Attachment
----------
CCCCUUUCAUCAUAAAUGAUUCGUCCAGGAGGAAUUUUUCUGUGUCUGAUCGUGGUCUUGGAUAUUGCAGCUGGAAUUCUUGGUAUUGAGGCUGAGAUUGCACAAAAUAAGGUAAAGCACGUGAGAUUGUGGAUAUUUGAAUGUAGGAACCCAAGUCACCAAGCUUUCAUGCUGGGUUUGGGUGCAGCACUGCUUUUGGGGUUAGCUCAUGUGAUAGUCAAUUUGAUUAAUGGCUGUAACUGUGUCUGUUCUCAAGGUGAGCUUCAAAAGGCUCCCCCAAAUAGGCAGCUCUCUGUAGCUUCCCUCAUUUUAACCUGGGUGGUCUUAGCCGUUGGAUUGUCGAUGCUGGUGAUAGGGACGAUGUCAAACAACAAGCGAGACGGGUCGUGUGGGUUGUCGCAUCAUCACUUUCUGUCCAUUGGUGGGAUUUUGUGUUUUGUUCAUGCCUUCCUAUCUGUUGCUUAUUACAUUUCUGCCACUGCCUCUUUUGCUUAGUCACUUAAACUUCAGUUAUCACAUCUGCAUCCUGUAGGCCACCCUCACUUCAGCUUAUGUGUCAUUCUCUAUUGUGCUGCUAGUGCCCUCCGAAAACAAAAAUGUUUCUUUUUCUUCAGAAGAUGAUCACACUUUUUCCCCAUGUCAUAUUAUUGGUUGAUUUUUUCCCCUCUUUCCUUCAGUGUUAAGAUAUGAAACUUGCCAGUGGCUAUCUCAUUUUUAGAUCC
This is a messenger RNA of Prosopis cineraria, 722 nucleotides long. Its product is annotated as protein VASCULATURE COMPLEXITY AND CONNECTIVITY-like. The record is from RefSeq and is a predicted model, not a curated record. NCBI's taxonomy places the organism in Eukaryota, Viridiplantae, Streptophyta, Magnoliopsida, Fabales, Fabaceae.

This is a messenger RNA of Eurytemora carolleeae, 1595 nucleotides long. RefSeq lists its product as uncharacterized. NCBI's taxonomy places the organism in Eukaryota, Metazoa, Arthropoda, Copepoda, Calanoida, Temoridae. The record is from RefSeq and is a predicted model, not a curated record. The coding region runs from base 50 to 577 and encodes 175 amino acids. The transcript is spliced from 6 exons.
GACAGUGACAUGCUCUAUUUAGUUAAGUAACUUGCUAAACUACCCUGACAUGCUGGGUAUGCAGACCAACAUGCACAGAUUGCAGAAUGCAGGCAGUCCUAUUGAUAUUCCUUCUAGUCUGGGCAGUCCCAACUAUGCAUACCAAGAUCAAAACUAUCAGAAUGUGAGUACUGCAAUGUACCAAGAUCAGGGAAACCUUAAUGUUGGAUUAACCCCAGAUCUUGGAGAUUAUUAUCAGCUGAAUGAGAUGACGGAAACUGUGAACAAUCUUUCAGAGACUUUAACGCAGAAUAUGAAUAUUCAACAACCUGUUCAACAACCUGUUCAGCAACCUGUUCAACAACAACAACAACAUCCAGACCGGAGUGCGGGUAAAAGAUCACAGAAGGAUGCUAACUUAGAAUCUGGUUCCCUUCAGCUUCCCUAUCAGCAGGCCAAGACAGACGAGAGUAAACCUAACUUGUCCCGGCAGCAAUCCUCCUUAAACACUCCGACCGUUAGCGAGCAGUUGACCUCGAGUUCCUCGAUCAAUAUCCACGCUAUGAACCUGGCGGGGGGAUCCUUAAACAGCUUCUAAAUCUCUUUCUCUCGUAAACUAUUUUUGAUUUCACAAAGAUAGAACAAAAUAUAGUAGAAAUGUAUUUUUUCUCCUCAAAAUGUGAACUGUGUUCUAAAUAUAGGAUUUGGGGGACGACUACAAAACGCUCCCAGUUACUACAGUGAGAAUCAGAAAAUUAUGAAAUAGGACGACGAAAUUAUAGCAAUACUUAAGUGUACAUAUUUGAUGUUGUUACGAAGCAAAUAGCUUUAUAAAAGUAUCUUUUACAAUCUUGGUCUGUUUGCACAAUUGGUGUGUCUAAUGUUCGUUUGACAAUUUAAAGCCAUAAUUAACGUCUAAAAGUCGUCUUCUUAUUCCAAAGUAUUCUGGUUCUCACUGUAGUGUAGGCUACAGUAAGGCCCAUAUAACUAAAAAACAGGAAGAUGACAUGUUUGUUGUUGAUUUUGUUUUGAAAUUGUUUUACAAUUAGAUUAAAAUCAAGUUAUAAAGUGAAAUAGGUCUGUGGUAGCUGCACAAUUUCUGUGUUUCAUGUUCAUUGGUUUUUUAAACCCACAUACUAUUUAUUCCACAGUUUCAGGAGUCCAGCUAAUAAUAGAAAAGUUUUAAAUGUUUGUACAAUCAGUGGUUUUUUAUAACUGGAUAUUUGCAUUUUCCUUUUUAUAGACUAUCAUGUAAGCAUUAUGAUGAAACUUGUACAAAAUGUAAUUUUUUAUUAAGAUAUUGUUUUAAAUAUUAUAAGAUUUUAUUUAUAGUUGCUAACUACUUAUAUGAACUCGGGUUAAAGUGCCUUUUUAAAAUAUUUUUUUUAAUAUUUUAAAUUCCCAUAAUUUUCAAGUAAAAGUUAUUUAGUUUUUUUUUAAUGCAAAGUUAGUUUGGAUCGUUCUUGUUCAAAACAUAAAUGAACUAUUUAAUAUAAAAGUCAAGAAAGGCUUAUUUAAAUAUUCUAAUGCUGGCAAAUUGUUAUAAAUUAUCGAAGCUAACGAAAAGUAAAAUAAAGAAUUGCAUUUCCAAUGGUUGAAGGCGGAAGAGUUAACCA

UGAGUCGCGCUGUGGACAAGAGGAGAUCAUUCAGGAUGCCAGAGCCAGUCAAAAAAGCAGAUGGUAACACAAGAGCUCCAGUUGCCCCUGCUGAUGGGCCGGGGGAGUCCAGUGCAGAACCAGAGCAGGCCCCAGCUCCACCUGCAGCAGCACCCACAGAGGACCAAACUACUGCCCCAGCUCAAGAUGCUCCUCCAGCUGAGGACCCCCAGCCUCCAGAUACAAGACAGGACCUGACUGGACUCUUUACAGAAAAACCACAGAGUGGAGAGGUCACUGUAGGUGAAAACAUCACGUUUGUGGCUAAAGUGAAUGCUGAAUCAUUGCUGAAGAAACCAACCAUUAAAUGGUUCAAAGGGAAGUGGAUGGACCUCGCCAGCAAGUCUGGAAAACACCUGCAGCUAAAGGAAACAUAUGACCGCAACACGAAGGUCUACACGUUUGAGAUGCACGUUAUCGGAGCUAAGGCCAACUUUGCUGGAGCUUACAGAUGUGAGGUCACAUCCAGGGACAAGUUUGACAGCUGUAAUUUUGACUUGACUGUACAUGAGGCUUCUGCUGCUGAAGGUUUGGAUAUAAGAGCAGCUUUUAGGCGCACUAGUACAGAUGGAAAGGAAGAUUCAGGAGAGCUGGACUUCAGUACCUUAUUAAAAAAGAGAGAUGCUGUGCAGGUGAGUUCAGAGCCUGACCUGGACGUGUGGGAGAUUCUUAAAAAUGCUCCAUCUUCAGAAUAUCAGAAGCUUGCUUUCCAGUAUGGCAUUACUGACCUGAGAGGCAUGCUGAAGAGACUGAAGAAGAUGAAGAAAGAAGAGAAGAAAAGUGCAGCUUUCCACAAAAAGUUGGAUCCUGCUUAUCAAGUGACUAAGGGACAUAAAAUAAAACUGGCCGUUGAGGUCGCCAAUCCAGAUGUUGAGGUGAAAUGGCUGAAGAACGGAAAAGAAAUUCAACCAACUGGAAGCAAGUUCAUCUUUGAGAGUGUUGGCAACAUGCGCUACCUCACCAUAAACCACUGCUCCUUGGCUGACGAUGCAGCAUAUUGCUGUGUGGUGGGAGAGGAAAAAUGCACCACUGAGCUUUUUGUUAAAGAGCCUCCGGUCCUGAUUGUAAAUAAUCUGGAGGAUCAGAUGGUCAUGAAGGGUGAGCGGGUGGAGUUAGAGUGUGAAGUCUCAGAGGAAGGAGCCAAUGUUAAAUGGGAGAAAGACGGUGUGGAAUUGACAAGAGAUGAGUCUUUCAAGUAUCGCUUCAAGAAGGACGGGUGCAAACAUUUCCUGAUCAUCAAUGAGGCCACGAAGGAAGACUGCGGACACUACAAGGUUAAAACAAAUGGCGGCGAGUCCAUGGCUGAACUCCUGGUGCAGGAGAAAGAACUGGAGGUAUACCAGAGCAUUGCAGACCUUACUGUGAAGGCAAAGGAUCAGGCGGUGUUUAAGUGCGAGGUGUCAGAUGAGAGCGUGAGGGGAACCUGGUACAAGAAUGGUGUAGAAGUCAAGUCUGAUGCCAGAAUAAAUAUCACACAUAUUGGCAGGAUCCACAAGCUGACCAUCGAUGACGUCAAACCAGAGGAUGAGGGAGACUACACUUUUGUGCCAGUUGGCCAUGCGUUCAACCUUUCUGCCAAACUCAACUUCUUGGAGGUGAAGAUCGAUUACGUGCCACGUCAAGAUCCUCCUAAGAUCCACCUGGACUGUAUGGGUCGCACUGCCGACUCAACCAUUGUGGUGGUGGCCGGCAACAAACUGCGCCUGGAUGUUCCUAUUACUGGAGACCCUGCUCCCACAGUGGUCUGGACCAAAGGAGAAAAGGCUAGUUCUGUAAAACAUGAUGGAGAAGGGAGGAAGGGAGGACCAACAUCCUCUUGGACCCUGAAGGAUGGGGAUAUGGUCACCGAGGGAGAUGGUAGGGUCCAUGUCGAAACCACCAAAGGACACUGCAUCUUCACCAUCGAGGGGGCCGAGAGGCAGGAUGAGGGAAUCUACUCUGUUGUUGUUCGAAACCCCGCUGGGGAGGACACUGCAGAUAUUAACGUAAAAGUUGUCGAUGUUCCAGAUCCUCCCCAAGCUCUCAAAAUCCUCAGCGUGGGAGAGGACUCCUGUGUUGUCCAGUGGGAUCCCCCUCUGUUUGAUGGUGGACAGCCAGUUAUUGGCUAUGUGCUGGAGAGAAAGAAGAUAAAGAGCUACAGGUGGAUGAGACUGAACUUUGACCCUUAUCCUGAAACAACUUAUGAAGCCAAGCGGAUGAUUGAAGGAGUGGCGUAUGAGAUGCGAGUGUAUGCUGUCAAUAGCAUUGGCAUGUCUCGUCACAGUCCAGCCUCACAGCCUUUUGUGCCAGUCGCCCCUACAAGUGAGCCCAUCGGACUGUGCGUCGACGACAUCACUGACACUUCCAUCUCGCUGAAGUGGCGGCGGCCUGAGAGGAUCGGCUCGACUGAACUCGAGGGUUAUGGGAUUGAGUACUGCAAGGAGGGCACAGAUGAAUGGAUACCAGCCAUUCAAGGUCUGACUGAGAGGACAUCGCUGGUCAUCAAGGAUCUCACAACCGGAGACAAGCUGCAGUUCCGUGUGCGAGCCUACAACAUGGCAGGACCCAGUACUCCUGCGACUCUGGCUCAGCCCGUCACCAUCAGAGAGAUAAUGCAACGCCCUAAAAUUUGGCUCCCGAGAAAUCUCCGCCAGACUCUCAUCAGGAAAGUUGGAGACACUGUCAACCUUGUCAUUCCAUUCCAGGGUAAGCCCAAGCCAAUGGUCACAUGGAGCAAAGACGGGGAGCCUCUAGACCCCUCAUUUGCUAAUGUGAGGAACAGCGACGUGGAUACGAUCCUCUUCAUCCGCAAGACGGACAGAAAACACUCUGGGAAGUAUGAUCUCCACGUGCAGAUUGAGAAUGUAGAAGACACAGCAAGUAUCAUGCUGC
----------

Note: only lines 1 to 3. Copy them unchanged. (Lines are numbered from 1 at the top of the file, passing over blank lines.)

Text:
CCCCUUUCAUCAUAAAUGAUUCGUCCAGGAGGAAUUUUUCUGUGUCUGAUCGUGGUCUUGGAUAUUGCAGCUGGAAUUCUUGGUAUUGAGGCUGAGAUUGCACAAAAUAAGGUAAAGCACGUGAGAUUGUGGAUAUUUGAAUGUAGGAACCCAAGUCACCAAGCUUUCAUGCUGGGUUUGGGUGCAGCACUGCUUUUGGGGUUAGCUCAUGUGAUAGUCAAUUUGAUUAAUGGCUGUAACUGUGUCUGUUCUCAAGGUGAGCUUCAAAAGGCUCCCCCAAAUAGGCAGCUCUCUGUAGCUUCCCUCAUUUUAACCUGGGUGGUCUUAGCCGUUGGAUUGUCGAUGCUGGUGAUAGGGACGAUGUCAAACAACAAGCGAGACGGGUCGUGUGGGUUGUCGCAUCAUCACUUUCUGUCCAUUGGUGGGAUUUUGUGUUUUGUUCAUGCCUUCCUAUCUGUUGCUUAUUACAUUUCUGCCACUGCCUCUUUUGCUUAGUCACUUAAACUUCAGUUAUCACAUCUGCAUCCUGUAGGCCACCCUCACUUCAGCUUAUGUGUCAUUCUCUAUUGUGCUGCUAGUGCCCUCCGAAAACAAAAAUGUUUCUUUUUCUUCAGAAGAUGAUCACACUUUUUCCCCAUGUCAUAUUAUUGGUUGAUUUUUUCCCCUCUUUCCUUCAGUGUUAAGAUAUGAAACUUGCCAGUGGCUAUCUCAUUUUUAGAUCC
This is a messenger RNA of Prosopis cineraria, 722 nucleotides long. Its product is annotated as protein VASCULATURE COMPLEXITY AND CONNECTIVITY-like. The record is from RefSeq and is a predicted model, not a curated record. NCBI's taxonomy places the organism in Eukaryota, Viridiplantae, Streptophyta, Magnoliopsida, Fabales, Fabaceae.

This is a messenger RNA of Eurytemora carolleeae, 1595 nucleotides long. RefSeq lists its product as uncharacterized. NCBI's taxonomy places the organism in Eukaryota, Metazoa, Arthropoda, Copepoda, Calanoida, Temoridae. The record is from RefSeq and is a predicted model, not a curated record. The coding region runs from base 50 to 577 and encodes 175 amino acids. The transcript is spliced from 6 exons.